James Ray (singer)
- For other people named James Ray, see James Ray (disambiguation).
James Ray (1941 – c. 1964), born James Jay Raymond, was an African American R&B singer of the early 1960s best known for the hit single "If You Gotta Make a Fool of Somebody", which went to number 10 on the US Billboard R&B chart. and number 22 on the Billboard Hot 100 in 1962. He also recorded the original version of "Got My Mind Set on You", later a number-one hit for George Harrison.
|James Ray (singer)|
|Birth name||James Jay Raymond|
|Also known as||Little Jimmy Ray|
Washington, D.C., U.S.
|Died||About 1964 (age about 23)|
Washington, D.C., U.S.
|Genres||Rhythm and blues, soul|
|Years active||1950s – 1960s|
Born in Washington, D.C., Ray stood just 5' tall and first recorded as Little Jimmy Ray, releasing "Make Her Mine" on the Galliant label in 1959. It was unsuccessful and by 1961 he was destitute and living on a rooftop, though still performing in clubs. Songwriter Rudy Clark befriended him, and when Gerry Granahan of Caprice Records heard him rehearsing one of Clark's songs, signed him. Using the name James Ray, his first recording was of Clark's song, "If You Gotta Make a Fool of Somebody", arranged by Hutch Davie. The record was a hit on both the pop and R&B charts. The single was issued in the UK in 1962 as well, and the song was performed by the Beatles before being discovered by Freddie and the Dreamers, who took it into the top 5 of the UK Singles Chart the year after.
In the United States, Ray's single was followed by an eponymous album that contained the follow-up single "Itty Bitty Pieces", which reached No. 41 on the Billboard pop chart, as well as "Got My Mind Set on You", also written by Clark. An edited version was released later in the year as a single on the Dynamic Sound label.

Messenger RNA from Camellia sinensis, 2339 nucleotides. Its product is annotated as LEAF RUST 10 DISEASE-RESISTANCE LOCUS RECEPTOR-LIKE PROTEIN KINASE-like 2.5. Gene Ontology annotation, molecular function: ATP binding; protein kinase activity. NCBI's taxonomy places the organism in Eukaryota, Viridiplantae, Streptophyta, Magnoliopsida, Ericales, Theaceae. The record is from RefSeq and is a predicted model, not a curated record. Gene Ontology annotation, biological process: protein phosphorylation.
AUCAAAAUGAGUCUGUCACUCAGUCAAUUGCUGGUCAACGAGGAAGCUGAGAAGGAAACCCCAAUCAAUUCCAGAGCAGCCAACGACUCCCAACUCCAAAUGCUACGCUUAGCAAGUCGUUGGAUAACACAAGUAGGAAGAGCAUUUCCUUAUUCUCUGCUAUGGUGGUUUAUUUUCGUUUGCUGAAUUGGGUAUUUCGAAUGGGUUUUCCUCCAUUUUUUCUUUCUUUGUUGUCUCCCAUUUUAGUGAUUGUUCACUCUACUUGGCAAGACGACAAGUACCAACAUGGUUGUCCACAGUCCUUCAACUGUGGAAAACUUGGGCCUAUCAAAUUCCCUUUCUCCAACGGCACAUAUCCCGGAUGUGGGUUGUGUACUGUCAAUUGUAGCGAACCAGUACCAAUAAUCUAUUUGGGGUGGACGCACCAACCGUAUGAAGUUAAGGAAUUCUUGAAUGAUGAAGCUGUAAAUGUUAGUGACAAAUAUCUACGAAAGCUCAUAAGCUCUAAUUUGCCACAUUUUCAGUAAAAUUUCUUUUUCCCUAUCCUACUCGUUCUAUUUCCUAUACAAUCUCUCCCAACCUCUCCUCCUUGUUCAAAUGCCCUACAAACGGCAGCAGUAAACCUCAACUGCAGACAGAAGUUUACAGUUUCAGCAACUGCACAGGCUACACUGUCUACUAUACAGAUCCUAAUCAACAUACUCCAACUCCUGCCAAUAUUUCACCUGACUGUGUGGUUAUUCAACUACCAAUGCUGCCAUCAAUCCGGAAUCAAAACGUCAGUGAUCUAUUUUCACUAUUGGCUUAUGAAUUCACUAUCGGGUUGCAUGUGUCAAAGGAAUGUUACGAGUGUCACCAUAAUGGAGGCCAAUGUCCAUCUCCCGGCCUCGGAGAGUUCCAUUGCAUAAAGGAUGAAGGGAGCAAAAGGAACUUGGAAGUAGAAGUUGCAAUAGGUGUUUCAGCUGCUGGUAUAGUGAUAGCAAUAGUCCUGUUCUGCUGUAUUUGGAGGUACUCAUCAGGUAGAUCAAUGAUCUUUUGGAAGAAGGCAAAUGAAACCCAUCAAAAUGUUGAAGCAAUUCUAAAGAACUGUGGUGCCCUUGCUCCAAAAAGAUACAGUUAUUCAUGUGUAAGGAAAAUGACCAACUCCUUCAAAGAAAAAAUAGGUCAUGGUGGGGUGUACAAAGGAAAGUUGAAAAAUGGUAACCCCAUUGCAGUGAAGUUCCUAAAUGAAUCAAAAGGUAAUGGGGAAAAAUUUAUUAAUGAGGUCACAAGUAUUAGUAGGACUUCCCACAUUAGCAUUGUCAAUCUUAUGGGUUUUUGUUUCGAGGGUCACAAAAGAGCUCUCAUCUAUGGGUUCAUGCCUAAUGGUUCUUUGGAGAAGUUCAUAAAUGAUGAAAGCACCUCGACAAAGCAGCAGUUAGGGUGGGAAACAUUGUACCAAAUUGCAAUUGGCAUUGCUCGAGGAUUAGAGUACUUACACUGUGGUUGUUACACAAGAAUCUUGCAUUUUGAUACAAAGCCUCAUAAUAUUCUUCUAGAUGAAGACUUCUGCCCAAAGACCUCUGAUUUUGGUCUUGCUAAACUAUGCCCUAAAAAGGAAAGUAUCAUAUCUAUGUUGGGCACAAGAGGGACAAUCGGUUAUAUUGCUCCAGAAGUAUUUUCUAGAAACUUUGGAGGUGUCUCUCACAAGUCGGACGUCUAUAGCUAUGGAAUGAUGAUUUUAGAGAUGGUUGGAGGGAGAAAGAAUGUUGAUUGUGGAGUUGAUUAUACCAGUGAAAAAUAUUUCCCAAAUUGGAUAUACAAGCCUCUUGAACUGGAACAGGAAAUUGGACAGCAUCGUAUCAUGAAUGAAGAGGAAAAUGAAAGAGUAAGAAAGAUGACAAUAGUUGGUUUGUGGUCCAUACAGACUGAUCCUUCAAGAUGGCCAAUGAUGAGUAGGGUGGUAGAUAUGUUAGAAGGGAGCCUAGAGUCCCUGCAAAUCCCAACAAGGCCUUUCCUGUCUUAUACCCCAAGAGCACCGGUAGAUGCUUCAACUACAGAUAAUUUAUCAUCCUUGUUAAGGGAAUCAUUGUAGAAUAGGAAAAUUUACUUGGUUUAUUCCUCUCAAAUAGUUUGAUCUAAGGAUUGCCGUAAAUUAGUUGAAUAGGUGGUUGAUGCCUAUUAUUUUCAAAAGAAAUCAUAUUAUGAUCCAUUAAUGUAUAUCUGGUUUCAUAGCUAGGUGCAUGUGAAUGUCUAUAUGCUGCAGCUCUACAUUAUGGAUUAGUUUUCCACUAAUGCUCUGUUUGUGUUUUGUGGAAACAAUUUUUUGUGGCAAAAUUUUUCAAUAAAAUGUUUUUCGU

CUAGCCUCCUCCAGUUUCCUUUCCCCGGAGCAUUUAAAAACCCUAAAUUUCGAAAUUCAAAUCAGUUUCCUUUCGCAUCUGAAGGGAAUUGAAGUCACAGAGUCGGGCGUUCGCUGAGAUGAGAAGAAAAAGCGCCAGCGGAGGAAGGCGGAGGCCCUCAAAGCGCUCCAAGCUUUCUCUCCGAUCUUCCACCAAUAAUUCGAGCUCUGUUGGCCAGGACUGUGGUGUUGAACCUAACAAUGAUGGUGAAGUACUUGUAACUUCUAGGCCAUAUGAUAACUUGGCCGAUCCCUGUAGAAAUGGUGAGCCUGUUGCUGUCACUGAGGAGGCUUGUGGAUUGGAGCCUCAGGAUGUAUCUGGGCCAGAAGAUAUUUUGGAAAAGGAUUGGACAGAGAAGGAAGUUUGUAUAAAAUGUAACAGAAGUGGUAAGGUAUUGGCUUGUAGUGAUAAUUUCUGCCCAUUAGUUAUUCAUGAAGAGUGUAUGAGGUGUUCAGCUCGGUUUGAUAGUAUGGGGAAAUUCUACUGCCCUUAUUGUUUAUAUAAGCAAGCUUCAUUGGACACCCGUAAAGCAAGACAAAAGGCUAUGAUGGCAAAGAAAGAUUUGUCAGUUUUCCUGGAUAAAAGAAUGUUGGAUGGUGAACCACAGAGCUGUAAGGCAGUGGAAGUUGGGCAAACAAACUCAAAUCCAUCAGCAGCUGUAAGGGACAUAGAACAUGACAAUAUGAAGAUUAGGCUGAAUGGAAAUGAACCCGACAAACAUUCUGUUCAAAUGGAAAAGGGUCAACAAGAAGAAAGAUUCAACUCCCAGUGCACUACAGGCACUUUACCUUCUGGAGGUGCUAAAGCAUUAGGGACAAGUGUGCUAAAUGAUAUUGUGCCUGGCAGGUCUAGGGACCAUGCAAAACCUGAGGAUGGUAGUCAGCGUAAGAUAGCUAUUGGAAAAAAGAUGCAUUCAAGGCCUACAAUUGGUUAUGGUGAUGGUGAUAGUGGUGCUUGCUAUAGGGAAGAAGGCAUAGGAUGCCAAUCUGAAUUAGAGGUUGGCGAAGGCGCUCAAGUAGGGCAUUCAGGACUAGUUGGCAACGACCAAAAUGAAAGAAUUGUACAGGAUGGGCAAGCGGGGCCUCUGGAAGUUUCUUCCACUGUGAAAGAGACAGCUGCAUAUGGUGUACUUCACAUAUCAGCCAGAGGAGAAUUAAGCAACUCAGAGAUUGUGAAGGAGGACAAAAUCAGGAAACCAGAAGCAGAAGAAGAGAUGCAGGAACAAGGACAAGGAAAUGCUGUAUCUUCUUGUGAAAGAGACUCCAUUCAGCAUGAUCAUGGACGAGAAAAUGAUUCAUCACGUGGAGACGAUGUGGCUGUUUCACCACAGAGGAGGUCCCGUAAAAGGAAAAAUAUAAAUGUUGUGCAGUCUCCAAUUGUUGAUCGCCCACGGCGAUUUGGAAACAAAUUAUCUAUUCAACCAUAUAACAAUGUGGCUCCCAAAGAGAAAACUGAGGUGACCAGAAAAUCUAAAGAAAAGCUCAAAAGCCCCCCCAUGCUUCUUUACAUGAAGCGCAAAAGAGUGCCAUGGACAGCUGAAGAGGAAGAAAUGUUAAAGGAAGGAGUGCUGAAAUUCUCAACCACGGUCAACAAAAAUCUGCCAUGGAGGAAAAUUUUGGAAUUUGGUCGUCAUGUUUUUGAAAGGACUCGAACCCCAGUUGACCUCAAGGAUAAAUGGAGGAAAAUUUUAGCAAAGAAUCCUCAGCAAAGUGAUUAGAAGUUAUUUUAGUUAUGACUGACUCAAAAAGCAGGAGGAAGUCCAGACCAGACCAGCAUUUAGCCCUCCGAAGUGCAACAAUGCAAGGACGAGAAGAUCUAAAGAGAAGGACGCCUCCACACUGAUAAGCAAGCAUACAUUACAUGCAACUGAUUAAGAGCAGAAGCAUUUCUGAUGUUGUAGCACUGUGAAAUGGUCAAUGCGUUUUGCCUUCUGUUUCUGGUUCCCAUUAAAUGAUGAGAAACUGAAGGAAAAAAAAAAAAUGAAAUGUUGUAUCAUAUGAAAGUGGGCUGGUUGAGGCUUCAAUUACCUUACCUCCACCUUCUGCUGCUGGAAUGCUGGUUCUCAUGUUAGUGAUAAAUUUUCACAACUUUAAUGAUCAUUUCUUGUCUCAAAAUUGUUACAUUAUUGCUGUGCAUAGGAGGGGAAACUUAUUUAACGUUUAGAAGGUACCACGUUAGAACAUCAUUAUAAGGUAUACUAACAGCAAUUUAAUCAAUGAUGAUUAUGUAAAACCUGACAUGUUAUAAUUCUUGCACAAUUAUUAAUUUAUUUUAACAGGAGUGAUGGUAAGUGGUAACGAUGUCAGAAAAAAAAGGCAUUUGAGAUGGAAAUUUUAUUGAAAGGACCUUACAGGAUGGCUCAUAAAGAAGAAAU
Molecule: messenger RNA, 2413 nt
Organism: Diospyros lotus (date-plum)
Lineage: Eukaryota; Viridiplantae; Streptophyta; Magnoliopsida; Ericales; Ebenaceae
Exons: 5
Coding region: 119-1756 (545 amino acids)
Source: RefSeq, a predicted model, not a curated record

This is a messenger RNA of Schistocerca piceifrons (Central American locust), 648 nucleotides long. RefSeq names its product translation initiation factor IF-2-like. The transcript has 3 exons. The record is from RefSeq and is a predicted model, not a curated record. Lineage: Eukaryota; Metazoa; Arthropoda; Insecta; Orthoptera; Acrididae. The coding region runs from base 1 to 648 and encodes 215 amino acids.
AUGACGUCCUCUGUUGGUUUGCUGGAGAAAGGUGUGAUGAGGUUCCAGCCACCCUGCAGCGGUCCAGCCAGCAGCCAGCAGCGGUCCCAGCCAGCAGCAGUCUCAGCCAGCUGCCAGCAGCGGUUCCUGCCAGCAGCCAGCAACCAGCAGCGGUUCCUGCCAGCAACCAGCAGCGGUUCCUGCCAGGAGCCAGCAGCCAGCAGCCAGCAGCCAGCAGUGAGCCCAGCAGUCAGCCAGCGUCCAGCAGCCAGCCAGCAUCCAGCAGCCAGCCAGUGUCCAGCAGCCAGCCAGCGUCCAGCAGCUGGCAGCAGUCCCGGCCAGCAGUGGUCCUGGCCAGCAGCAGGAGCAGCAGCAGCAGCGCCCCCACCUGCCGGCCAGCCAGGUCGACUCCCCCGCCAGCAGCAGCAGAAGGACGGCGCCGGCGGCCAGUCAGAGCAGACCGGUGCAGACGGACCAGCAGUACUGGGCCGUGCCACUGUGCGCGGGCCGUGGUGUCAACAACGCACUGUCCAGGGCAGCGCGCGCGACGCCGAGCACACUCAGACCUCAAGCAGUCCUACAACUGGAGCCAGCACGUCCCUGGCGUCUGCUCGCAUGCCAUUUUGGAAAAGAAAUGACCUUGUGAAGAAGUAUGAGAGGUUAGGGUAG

Covers and tributesEdit
- The Beatles began performing "If You Gotta Make a Fool of Somebody" live after Paul McCartney heard it in one of the Nems record stores owned by Beatles manager Brian Epstein. McCartney waxed enthusiastic about it being an R&B number in waltz time, and Beatles biographer Mark Lewisohn called the record's sound "magical" in his book Tune In: The Beatles - All These Years, Vol. 1.
- George Harrison purchased a copy of Ray's album in 1963 when he went to the United States to visit his sister. Over two decades later he revived "Got My Mind Set On You" and took it to number 1 in early 1988.
- John Lennon included "If You Gotta Make a Fool of Somebody" on a jukebox he owned in his home (the contents of which were issued as a double album in 2004 after the jukebox itself was purchased at an auction).
- In 1967 a cover of the song was released by Maxine Brown.
- Ronnie Wood, guitarist for Faces and The Rolling Stones, covered "If You Got to Make a Fool of Somebody" on his 1974 debut solo album, I've Got My Own Album to Do.
- Whitburn, Joel (2004). Top R&B/Hip-Hop Singles: 1942-2004. Record Research. p. 365.
- Jason Ankeny. "James Ray | Biography & History". AllMusic. Retrieved 2016-07-26.
- "James Ray". Rockabilly.nl. Retrieved 2016-07-26.
- Doc Rock. "The 1960s". The Dead Rock Stars Club. Retrieved 2016-07-26.
- Mark Lewisohn. "Tune In: The Beatles: All These Years". Books.google.com. p. 937. Retrieved 2016-07-26.
- Stephen Thomas Erlewine (1939-08-18). "Maxine Brown | Biography & History". AllMusic. Retrieved 2016-07-26.